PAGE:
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Render Compression Issue

479 Views 12 Replies Latest reply: Apr 20, 2013 5:02 PM by GoldenA RSS
GoldenA Level 1 Level 1 (0 points)
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Apr 20, 2013 2:35 PM

I'm editing footage from a Canon 60D, 1080p, and have been editing it at full quality, as it has been functioning quite well thus far. The issue is when I render footage and then export it. While rendering, a loss in quality occurs. Through render compression, the image loses color information and degrades in overall quality. I've checked by render compression settings, which point to my sequence settings. I've included an image of my sequence settings in this post. Any advice? I need to do some color work and can't have the image quality degraded as a result of rendering, or anything else for that matter.

MacBook Pro, OS X Mountain Lion, 13-inch, Mid 2009
  • Meg The Dog Level 6 Level 6 (9,385 points)
    Currently Being Moderated
    Apr 20, 2013 3:09 PM (in response to GoldenA)

    In your Sequece Settings, have you looked at your Video Processing Tab?

    Final Cut ProScreenSnapz001.png

    MtD

  • Meg The Dog Level 6 Level 6 (9,385 points)
    Currently Being Moderated
    Apr 20, 2013 3:28 PM (in response to GoldenA)

    Oh, sorry, didn't look closely at your first post. You need to convert your source material to ProRes before you ingest into FCP, and then edit in a ProRes timeline. FCP7 - H.264 does not work. Once you convert your footage, you won't have this problem.

     

    MtD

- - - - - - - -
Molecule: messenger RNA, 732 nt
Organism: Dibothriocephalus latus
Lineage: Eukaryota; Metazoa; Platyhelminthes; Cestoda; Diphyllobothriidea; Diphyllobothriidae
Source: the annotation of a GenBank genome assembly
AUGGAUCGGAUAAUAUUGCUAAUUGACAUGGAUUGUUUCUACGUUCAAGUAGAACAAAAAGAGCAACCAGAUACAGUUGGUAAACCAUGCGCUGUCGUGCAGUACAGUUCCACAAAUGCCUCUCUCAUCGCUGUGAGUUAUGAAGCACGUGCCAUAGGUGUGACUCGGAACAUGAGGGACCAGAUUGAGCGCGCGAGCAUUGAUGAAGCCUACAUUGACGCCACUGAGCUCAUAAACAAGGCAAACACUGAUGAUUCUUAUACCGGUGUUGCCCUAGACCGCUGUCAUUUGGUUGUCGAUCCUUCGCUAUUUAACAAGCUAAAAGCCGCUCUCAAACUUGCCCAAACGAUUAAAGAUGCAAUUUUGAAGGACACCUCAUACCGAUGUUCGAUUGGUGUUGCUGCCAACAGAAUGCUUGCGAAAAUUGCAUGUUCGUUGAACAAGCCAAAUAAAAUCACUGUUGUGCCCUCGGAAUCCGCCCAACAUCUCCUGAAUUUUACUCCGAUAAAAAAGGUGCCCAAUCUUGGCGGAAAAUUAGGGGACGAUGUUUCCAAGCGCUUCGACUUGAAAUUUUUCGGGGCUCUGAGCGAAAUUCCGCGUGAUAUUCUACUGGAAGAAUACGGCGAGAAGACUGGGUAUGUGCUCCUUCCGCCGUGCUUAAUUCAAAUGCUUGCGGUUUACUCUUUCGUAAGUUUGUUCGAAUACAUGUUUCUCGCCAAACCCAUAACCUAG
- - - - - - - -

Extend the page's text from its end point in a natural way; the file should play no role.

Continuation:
• Meg The Dog Level 6 Level 6 (9,385 points)
    Currently Being Moderated
    Apr 20, 2013 3:41 PM (in response to GoldenA)

    Highest quality output = Export QuickTime without conversion. It is lossless.

    To convert your current sequence, you can try to use Media Manger by selecting your sequence and the going to File > Media Manager.

    Final Cut ProScreenSnapz002.png

    You will need to check your new sequence carefully to make sure the scenes are correct. H.264 is a long GOP compression meaning that several frames are grouped together, so stuff may slip around a bit.

     

    Best practice would be to convert your source elements and rebuild the timeline with a ProRes codec.

     

     

    MtD

  • Meg The Dog Level 6 Level 6 (9,385 points)
    Currently Being Moderated
    Apr 20, 2013 4:09 PM (in response to GoldenA)

    No, you preferably want to convert you source clips first, then edit. Once you have (all) your source material converted and then edit in the same codec on your timeline, you will have solved your quality problem, and the clips that you have converted will ready to move, after editing, into color correction.

     

    The alternate method of using Media Manager to convert those clips you have already used in your sequence is an attempt to preserve the work you have already done - but it is not ideal as any source material you have not used to this point is going to require conversion anyway.

     

    Your other option would be to use edit software that supports unconverted H.264 like Adobe Premiere or FCP-X.

     

    Also note - in the example of using the media manager I posted, in your case you will want to set the frame rate to 23.98.

     

    MtD

  • Meg The Dog Level 6 Level 6 (9,385 points)
    Currently Being Moderated
    Apr 20, 2013 4:59 PM (in response to GoldenA)

    You kind of have it backwards - H.264 is the very compressed format, Pro Res is the high quality codec.

     

    The file size is growing because H.264 is highly, highly compressed video. H.264 is designed for image acquisition and delivery, but not editing or post production. When you transcode to ProRes, your are 'unpacking" the video that has been compressed (jammed) together as tightly as possible into blocks of frames -  into distinct frames with a much greater storage of data per frame. This is why many high end cameras, and many DSLR shooters record on devices that use the ProRes codec - it bypasses the tremendous compression of H.264.

     

    ProRes is a much better codec than H.264, which is why once your material is in ProRes, it will maintain quality as you move through editing and color correction, delivering an excellent quality master file that you can then compress into any delivery codecs you need.

     

     

    MtD

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